Wednesday, 16 January 2013
Thanks and hope to see you soon!
Wednesday, 6 January 2010
Everybody seems to be talking about eCommerce re-platforming. It's got me thinking about how retailers have evolved their use of eComm over time. I kind of see it as 3 ages, of which we are now entering the 3rd age.
The 1st Age - The toe in the water (mid 90s - early 2000's)
The goldrush starts and retailers begin carving out their marketshare. The key was speed to market, very few eCommerce platform vendors existed and those that did were in their infancy. Many Bricks & Mortar retailers believed they could build it themselves, and set out on that path.
The 2nd Age - Handling the success (mid 2000's - late 2000's)
eCommerce gathers pace, as consumers opt for the convenience. The success of the likes of Amazon and eBay show the way and the growth of shopping on the web is exponential.
Those that built it themselves see cost of ownership spiralling to support increased traffic, but the ability to make changes slows. All contrary to what is required by the business stakeholders who see competitors adding capabilities.
The stakeholders lose faith in the existing platform. Many traditional Retailers at this point decide to outsource to the experts, to remove the application/infrastructure headache and concentrate on what they know buying and merchandising - this was also aligned with the trend toward outsourcing the commodity IT functions of their primary business.
Those that implemented an early platform, may have taken the same outsourcing route or decided on the upgrade path.
It was toward the end of this period that new innovations began to gather pace, many termed it Web2.0, in general it revolved around the concepts of User Generated Content. Whereby the wisdom of the masses was being used by consumers to inform purchases.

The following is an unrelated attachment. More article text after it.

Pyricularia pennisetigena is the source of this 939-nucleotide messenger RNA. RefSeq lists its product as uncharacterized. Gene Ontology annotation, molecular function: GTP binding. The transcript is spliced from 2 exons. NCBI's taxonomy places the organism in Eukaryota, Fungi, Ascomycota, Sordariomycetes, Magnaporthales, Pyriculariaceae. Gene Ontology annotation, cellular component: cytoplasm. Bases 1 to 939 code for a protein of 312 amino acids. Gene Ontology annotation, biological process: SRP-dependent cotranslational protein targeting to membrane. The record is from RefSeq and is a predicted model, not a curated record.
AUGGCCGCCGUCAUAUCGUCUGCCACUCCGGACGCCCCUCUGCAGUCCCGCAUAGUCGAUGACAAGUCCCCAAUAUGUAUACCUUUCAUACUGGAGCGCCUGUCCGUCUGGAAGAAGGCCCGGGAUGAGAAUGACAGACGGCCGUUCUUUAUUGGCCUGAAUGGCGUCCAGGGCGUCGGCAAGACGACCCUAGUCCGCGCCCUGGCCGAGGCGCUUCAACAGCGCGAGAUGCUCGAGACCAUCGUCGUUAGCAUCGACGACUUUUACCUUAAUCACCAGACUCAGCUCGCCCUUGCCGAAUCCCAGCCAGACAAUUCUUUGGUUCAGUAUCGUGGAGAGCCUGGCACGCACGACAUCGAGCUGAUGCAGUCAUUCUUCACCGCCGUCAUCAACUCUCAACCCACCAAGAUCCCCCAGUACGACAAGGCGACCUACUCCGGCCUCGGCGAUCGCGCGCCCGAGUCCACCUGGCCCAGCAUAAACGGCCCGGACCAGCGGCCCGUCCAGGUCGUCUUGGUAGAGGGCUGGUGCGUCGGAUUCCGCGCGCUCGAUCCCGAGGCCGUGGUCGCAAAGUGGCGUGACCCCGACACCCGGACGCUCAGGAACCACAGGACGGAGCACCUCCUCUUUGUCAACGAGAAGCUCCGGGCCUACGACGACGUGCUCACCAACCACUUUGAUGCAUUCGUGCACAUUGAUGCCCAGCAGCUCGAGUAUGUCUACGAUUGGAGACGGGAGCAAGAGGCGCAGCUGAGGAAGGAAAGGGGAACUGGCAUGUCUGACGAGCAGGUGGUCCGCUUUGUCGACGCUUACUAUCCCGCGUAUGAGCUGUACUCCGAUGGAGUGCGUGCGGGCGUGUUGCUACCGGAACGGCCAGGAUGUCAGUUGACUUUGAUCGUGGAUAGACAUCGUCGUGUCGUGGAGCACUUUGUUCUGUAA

The 3rd Age - Masters of destiny (2010+?)
This brings us to now, as retailers look to harness and leverage the new concepts and put them to use. Business Stakeholders have realised eCommerce is no longer that web thing that contributed negligible revenues. The term Multichannel, having risen to prominence halfway through the previous period, and dismissed, begins to gain traction again.
Those that outsourced, realise that the size of their eCommerce business and the cost model, whether it be revenue-share based or traffic based, are no longer sustainable. A combination of this and frustrations with their suppliers has led back to insourcing, the attraction of leveraging the wealth of experience in the skills marketplace and potential agility of an in-house team is just too great an attraction. It also positions them to compete more effectively with the pure-plays.
The fight is on for the next generation of eCommerce and to be ready for the upturn in consumer confidence and a share of their pockets.
I predict this next age will be an exciting one! It'll be interesting in around 5yrs to reflect upon this 3rd period and the trends that occur.
Thursday, 16 July 2009
I also remembered the reports suggesting that traditional email traffic was seeing a decline as Facebook users began utilising FB mail. I wonder if the same is true of the IM services?
I wonder if the Mobile Marketing Association (MMA) have spotted any trends since Twitter growth spurt?
What are your thoughts?
Wednesday, 13 May 2009
I seemed to remember that Gap had done this for their Banana Republic, Old Navy, Piperlime and Gap branded sites. The Client referenced AH in the Netherlands as an example.
So, I thought I'd take a look at the Gap site and what the general perception of how successful it had been. I found an article by eConsultancy dated January 2009 which referenced Foresee's Online Retail Satisfaction Index report indicating that Gap had seen a fall in satisfaction since the shared basket went live, citing:
"This feature may not have been important to Gap’s online customers to begin with because they may view the other brands differently in terms of price, quality, and style"